Archives of Toxicology

, Volume 85, Issue 10, pp 1201–1208

Absorption and metabolism of the food contaminant 3-chloro-1,2-propanediol (3-MCPD) and its fatty acid esters by human intestinal Caco-2 cells

  • Thorsten Buhrke
  • Rüdiger Weißhaar
  • Alfonso Lampen
Toxicokinetics and Metabolism

DOI: 10.1007/s00204-011-0657-6

Cite this article as:
Buhrke, T., Weißhaar, R. & Lampen, A. Arch Toxicol (2011) 85: 1201. doi:10.1007/s00204-011-0657-6

Abstract

3-Chloro-1,2-propanediol (3-MCPD) fatty acid esters are formed upon thermal processing of fat-containing foods in the presence of chloride ions. Upon hydrolytic cleavage, these substances could release free 3-MCPD. This compound is toxicologically well characterised and displayed cancerogenic potential in rodent models. Recently, serious contaminations of different food products with 3-MCPD fatty acid esters have been reported. In regard to a risk assessment, the key question is to which degree these 3-MCPD fatty acid esters are hydrolysed in the human gut. Therefore, the aim of the present project was to examine the hydrolysis of 3-MCPD fatty acid esters and the resulting release of free 3-MCPD by using differentiated Caco-2 cells, a cellular in vitro model for the human intestinal barrier. Here, we show that 3-MCPD fatty acid esters at a concentration of 100 μM were neither absorbed by the cells nor the esters were transported via a Caco-2 monolayer. 3-MCPD-1-monoesters were hydrolysed in the presence of Caco-2 cells. In contrast, a 3-MCPD-1,2-diester used in this study was obviously absorbed and metabolised by the cells. Free 3-MCPD was not absorbed by the cells, but the substance migrated through a Caco-2 monolayer by paracellular diffusion. From these in vitro studies, we conclude that 3-MCPD-1-monoesters are likely to be hydrolysed in the human intestine, thereby increasing the burden with free 3-MCPD. In contrast, intestinal cells seem to have the capacity to metabolise 3-MCPD diesters, thereby detoxifying the 3-MCPD moiety.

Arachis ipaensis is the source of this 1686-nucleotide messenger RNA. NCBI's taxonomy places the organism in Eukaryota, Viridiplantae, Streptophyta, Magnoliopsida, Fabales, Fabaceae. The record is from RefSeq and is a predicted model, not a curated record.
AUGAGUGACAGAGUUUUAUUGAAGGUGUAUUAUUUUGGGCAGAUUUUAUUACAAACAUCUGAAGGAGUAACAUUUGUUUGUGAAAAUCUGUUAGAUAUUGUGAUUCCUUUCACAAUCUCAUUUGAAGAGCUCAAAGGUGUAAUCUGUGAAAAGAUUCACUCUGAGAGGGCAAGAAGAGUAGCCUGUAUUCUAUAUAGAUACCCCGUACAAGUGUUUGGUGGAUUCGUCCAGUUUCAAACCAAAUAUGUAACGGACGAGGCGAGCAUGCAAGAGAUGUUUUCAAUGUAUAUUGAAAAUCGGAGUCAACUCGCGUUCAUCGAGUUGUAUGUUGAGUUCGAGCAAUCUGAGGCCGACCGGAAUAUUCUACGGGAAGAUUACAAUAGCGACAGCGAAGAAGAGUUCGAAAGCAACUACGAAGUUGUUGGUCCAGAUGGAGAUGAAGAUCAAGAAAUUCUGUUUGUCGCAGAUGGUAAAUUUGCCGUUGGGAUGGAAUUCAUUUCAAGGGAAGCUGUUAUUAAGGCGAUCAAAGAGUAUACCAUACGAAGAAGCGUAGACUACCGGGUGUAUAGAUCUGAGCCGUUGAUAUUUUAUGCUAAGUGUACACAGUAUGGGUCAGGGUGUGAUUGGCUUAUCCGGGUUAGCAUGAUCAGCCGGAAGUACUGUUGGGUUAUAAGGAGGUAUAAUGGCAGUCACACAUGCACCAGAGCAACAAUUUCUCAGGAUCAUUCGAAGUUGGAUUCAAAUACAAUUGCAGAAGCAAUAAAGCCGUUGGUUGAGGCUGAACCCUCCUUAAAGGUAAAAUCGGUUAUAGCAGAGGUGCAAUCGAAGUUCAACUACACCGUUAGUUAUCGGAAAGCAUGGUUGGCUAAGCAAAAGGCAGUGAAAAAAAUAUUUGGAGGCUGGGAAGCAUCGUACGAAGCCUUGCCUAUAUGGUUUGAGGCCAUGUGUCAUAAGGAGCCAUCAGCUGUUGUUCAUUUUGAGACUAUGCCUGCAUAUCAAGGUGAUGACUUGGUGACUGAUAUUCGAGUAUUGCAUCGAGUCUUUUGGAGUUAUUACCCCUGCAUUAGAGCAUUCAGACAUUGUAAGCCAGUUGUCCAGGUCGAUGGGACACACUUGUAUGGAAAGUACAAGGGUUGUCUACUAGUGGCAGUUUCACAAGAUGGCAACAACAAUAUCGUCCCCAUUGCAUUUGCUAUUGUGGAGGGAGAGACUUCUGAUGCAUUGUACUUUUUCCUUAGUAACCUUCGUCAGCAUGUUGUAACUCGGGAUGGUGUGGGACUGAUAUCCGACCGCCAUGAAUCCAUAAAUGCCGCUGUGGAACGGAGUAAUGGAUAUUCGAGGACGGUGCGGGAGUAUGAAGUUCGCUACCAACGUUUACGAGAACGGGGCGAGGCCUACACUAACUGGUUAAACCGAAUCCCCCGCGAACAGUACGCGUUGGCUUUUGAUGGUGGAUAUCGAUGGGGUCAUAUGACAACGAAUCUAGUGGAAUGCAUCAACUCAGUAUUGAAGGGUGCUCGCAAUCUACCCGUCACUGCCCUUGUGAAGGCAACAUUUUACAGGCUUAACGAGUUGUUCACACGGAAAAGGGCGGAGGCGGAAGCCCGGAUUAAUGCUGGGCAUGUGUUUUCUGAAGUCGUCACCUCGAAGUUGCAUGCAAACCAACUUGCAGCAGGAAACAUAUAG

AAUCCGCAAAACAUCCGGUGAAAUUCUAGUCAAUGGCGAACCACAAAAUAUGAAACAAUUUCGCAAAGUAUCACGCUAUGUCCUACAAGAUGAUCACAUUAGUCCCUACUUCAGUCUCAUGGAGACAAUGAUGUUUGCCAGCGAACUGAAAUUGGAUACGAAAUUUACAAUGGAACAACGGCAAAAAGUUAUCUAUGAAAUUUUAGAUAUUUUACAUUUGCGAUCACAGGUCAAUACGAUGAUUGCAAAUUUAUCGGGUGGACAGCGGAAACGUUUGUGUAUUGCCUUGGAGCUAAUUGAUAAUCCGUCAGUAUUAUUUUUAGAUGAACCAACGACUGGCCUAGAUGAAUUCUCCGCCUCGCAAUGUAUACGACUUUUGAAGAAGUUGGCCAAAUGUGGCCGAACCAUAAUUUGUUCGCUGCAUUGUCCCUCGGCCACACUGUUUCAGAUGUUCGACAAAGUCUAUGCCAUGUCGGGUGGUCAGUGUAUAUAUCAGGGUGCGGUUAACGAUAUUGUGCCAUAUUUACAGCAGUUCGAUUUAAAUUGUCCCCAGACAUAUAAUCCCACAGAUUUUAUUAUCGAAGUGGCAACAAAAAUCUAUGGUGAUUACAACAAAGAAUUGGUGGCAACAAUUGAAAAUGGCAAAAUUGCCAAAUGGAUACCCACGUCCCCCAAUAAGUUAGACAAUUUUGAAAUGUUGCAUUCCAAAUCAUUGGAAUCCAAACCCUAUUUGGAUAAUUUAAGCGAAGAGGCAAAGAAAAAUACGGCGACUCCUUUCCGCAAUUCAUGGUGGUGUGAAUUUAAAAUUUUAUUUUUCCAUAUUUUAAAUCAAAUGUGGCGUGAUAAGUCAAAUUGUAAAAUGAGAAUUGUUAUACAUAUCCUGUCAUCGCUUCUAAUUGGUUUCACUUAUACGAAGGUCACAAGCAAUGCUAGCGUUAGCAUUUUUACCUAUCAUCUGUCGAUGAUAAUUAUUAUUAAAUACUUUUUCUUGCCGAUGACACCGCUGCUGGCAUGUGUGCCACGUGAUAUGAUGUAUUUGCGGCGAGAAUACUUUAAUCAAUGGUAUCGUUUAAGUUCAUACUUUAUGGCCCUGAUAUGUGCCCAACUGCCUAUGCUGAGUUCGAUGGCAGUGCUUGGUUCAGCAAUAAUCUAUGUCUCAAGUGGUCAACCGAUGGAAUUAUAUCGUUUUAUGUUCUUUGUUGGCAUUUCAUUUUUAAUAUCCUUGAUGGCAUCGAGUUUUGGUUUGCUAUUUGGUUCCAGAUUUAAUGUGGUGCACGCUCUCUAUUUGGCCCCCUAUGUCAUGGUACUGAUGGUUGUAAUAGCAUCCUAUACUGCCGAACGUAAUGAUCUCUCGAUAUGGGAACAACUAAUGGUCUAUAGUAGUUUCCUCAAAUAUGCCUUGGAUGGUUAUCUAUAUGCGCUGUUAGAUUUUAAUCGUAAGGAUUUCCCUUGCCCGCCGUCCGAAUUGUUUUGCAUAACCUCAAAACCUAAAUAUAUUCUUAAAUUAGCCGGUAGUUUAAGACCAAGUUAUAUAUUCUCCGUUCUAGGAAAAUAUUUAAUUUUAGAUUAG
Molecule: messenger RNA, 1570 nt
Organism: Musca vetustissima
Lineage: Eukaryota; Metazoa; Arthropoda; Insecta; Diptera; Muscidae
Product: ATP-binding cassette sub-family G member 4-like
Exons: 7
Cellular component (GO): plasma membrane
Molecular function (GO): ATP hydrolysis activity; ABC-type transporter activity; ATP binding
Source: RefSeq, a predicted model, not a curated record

Keywords

3-MCPD3-MCPD fatty acid esterFood contaminantRisk assessmentCaco-2

Copyright information

© Springer-Verlag 2011

Authors and Affiliations

  • Thorsten Buhrke
    • 1
  • Rüdiger Weißhaar
    • 2
  • Alfonso Lampen
    • 1
  1. 1.Department of Food SafetyFederal Institute For Risk AssessmentBerlinGermany
  2. 2.CVUA StuttgartFellbachGermany